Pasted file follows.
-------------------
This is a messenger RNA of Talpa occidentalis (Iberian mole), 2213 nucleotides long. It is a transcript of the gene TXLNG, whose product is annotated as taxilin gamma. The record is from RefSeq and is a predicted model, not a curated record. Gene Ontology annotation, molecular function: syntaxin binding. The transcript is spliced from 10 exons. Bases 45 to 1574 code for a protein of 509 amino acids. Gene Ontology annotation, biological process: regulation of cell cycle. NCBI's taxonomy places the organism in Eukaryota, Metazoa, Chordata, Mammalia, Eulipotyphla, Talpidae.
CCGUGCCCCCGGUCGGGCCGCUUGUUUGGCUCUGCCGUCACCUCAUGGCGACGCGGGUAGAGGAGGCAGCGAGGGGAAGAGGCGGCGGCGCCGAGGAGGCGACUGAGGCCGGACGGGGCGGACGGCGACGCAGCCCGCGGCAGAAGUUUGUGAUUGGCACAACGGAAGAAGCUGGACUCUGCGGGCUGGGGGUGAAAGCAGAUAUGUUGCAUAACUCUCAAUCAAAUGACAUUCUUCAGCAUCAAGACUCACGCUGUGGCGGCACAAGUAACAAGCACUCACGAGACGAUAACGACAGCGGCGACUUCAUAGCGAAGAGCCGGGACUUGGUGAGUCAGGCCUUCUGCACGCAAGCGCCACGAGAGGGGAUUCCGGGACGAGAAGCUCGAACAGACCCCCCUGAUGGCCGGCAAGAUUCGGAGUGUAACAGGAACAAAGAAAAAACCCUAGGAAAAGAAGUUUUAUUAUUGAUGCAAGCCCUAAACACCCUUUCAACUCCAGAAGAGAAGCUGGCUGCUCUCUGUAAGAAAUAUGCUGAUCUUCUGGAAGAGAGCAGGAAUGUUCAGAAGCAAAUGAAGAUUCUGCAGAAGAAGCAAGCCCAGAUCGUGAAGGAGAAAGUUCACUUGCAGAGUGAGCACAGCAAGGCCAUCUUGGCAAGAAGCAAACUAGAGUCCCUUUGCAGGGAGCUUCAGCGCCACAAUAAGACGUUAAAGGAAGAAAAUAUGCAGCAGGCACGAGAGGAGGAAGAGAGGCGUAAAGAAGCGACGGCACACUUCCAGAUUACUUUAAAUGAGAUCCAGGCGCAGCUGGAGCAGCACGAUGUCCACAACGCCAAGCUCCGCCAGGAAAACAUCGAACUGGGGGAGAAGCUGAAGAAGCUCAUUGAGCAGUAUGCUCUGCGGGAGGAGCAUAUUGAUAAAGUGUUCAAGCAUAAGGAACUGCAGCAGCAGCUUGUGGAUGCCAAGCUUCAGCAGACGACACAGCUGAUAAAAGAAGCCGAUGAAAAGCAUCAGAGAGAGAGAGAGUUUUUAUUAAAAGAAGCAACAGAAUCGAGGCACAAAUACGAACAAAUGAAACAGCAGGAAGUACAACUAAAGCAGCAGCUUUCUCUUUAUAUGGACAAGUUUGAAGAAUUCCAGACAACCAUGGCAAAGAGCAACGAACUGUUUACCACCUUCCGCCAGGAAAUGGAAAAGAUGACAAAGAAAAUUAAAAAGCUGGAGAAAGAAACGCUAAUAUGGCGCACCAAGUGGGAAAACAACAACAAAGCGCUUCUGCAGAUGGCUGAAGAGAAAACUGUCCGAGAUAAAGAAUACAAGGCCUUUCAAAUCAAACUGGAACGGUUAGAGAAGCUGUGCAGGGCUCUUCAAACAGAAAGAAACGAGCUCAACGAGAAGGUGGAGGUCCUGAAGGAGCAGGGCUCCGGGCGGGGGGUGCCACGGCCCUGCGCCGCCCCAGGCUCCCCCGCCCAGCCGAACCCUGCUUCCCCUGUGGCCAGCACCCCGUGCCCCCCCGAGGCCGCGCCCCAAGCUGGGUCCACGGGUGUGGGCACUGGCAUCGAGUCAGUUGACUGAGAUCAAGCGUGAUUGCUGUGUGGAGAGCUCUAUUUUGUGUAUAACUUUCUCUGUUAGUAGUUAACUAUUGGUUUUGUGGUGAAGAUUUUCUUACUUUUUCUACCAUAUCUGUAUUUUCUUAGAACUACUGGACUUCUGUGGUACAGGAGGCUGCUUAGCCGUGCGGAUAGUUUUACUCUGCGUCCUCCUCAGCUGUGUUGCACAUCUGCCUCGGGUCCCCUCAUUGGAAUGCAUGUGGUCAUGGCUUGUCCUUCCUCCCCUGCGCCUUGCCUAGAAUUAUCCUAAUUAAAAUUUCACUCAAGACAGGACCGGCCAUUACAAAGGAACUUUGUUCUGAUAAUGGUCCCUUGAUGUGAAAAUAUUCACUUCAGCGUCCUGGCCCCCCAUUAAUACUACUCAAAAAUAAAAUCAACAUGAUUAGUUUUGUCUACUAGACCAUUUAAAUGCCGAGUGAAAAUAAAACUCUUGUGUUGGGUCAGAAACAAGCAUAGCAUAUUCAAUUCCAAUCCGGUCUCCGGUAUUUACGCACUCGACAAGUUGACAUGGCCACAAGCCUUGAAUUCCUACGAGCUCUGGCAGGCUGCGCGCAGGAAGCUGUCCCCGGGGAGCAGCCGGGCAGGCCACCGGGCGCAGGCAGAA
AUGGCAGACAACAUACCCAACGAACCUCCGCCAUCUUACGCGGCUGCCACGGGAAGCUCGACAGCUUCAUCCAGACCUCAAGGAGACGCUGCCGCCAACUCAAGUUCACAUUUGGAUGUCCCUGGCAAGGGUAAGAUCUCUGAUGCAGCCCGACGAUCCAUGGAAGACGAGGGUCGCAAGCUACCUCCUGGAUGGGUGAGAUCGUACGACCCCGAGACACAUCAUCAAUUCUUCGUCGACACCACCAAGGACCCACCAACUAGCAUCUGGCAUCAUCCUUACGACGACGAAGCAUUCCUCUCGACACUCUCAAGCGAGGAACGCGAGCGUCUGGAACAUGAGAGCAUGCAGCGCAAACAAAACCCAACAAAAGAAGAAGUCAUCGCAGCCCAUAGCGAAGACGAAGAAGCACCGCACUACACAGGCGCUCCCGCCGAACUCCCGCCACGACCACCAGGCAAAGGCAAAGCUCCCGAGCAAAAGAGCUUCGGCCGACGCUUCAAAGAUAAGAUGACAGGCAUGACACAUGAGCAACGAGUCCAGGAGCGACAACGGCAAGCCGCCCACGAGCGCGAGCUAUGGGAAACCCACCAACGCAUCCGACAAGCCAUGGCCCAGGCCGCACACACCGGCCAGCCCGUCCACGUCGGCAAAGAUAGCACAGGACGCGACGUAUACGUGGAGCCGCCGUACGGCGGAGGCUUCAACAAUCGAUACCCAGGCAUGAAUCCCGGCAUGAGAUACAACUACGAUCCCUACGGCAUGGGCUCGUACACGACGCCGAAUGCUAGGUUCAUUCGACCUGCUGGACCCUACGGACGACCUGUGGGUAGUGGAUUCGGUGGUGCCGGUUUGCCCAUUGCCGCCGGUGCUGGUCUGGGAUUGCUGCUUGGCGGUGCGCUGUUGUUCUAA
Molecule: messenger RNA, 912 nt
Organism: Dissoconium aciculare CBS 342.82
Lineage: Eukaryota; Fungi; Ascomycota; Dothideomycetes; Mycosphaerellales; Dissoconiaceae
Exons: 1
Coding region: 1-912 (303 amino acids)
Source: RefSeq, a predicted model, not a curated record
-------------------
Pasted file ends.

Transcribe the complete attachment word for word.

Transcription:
This is a messenger RNA of Talpa occidentalis (Iberian mole), 2213 nucleotides long. It is a transcript of the gene TXLNG, whose product is annotated as taxilin gamma. The record is from RefSeq and is a predicted model, not a curated record. Gene Ontology annotation, molecular function: syntaxin binding. The transcript is spliced from 10 exons. Bases 45 to 1574 code for a protein of 509 amino acids. Gene Ontology annotation, biological process: regulation of cell cycle. NCBI's taxonomy places the organism in Eukaryota, Metazoa, Chordata, Mammalia, Eulipotyphla, Talpidae.
CCGUGCCCCCGGUCGGGCCGCUUGUUUGGCUCUGCCGUCACCUCAUGGCGACGCGGGUAGAGGAGGCAGCGAGGGGAAGAGGCGGCGGCGCCGAGGAGGCGACUGAGGCCGGACGGGGCGGACGGCGACGCAGCCCGCGGCAGAAGUUUGUGAUUGGCACAACGGAAGAAGCUGGACUCUGCGGGCUGGGGGUGAAAGCAGAUAUGUUGCAUAACUCUCAAUCAAAUGACAUUCUUCAGCAUCAAGACUCACGCUGUGGCGGCACAAGUAACAAGCACUCACGAGACGAUAACGACAGCGGCGACUUCAUAGCGAAGAGCCGGGACUUGGUGAGUCAGGCCUUCUGCACGCAAGCGCCACGAGAGGGGAUUCCGGGACGAGAAGCUCGAACAGACCCCCCUGAUGGCCGGCAAGAUUCGGAGUGUAACAGGAACAAAGAAAAAACCCUAGGAAAAGAAGUUUUAUUAUUGAUGCAAGCCCUAAACACCCUUUCAACUCCAGAAGAGAAGCUGGCUGCUCUCUGUAAGAAAUAUGCUGAUCUUCUGGAAGAGAGCAGGAAUGUUCAGAAGCAAAUGAAGAUUCUGCAGAAGAAGCAAGCCCAGAUCGUGAAGGAGAAAGUUCACUUGCAGAGUGAGCACAGCAAGGCCAUCUUGGCAAGAAGCAAACUAGAGUCCCUUUGCAGGGAGCUUCAGCGCCACAAUAAGACGUUAAAGGAAGAAAAUAUGCAGCAGGCACGAGAGGAGGAAGAGAGGCGUAAAGAAGCGACGGCACACUUCCAGAUUACUUUAAAUGAGAUCCAGGCGCAGCUGGAGCAGCACGAUGUCCACAACGCCAAGCUCCGCCAGGAAAACAUCGAACUGGGGGAGAAGCUGAAGAAGCUCAUUGAGCAGUAUGCUCUGCGGGAGGAGCAUAUUGAUAAAGUGUUCAAGCAUAAGGAACUGCAGCAGCAGCUUGUGGAUGCCAAGCUUCAGCAGACGACACAGCUGAUAAAAGAAGCCGAUGAAAAGCAUCAGAGAGAGAGAGAGUUUUUAUUAAAAGAAGCAACAGAAUCGAGGCACAAAUACGAACAAAUGAAACAGCAGGAAGUACAACUAAAGCAGCAGCUUUCUCUUUAUAUGGACAAGUUUGAAGAAUUCCAGACAACCAUGGCAAAGAGCAACGAACUGUUUACCACCUUCCGCCAGGAAAUGGAAAAGAUGACAAAGAAAAUUAAAAAGCUGGAGAAAGAAACGCUAAUAUGGCGCACCAAGUGGGAAAACAACAACAAAGCGCUUCUGCAGAUGGCUGAAGAGAAAACUGUCCGAGAUAAAGAAUACAAGGCCUUUCAAAUCAAACUGGAACGGUUAGAGAAGCUGUGCAGGGCUCUUCAAACAGAAAGAAACGAGCUCAACGAGAAGGUGGAGGUCCUGAAGGAGCAGGGCUCCGGGCGGGGGGUGCCACGGCCCUGCGCCGCCCCAGGCUCCCCCGCCCAGCCGAACCCUGCUUCCCCUGUGGCCAGCACCCCGUGCCCCCCCGAGGCCGCGCCCCAAGCUGGGUCCACGGGUGUGGGCACUGGCAUCGAGUCAGUUGACUGAGAUCAAGCGUGAUUGCUGUGUGGAGAGCUCUAUUUUGUGUAUAACUUUCUCUGUUAGUAGUUAACUAUUGGUUUUGUGGUGAAGAUUUUCUUACUUUUUCUACCAUAUCUGUAUUUUCUUAGAACUACUGGACUUCUGUGGUACAGGAGGCUGCUUAGCCGUGCGGAUAGUUUUACUCUGCGUCCUCCUCAGCUGUGUUGCACAUCUGCCUCGGGUCCCCUCAUUGGAAUGCAUGUGGUCAUGGCUUGUCCUUCCUCCCCUGCGCCUUGCCUAGAAUUAUCCUAAUUAAAAUUUCACUCAAGACAGGACCGGCCAUUACAAAGGAACUUUGUUCUGAUAAUGGUCCCUUGAUGUGAAAAUAUUCACUUCAGCGUCCUGGCCCCCCAUUAAUACUACUCAAAAAUAAAAUCAACAUGAUUAGUUUUGUCUACUAGACCAUUUAAAUGCCGAGUGAAAAUAAAACUCUUGUGUUGGGUCAGAAACAAGCAUAGCAUAUUCAAUUCCAAUCCGGUCUCCGGUAUUUACGCACUCGACAAGUUGACAUGGCCACAAGCCUUGAAUUCCUACGAGCUCUGGCAGGCUGCGCGCAGGAAGCUGUCCCCGGGGAGCAGCCGGGCAGGCCACCGGGCGCAGGCAGAA
AUGGCAGACAACAUACCCAACGAACCUCCGCCAUCUUACGCGGCUGCCACGGGAAGCUCGACAGCUUCAUCCAGACCUCAAGGAGACGCUGCCGCCAACUCAAGUUCACAUUUGGAUGUCCCUGGCAAGGGUAAGAUCUCUGAUGCAGCCCGACGAUCCAUGGAAGACGAGGGUCGCAAGCUACCUCCUGGAUGGGUGAGAUCGUACGACCCCGAGACACAUCAUCAAUUCUUCGUCGACACCACCAAGGACCCACCAACUAGCAUCUGGCAUCAUCCUUACGACGACGAAGCAUUCCUCUCGACACUCUCAAGCGAGGAACGCGAGCGUCUGGAACAUGAGAGCAUGCAGCGCAAACAAAACCCAACAAAAGAAGAAGUCAUCGCAGCCCAUAGCGAAGACGAAGAAGCACCGCACUACACAGGCGCUCCCGCCGAACUCCCGCCACGACCACCAGGCAAAGGCAAAGCUCCCGAGCAAAAGAGCUUCGGCCGACGCUUCAAAGAUAAGAUGACAGGCAUGACACAUGAGCAACGAGUCCAGGAGCGACAACGGCAAGCCGCCCACGAGCGCGAGCUAUGGGAAACCCACCAACGCAUCCGACAAGCCAUGGCCCAGGCCGCACACACCGGCCAGCCCGUCCACGUCGGCAAAGAUAGCACAGGACGCGACGUAUACGUGGAGCCGCCGUACGGCGGAGGCUUCAACAAUCGAUACCCAGGCAUGAAUCCCGGCAUGAGAUACAACUACGAUCCCUACGGCAUGGGCUCGUACACGACGCCGAAUGCUAGGUUCAUUCGACCUGCUGGACCCUACGGACGACCUGUGGGUAGUGGAUUCGGUGGUGCCGGUUUGCCCAUUGCCGCCGGUGCUGGUCUGGGAUUGCUGCUUGGCGGUGCGCUGUUGUUCUAA
Molecule: messenger RNA, 912 nt
Organism: Dissoconium aciculare CBS 342.82
Lineage: Eukaryota; Fungi; Ascomycota; Dothideomycetes; Mycosphaerellales; Dissoconiaceae
Exons: 1
Coding region: 1-912 (303 amino acids)
Source: RefSeq, a predicted model, not a curated record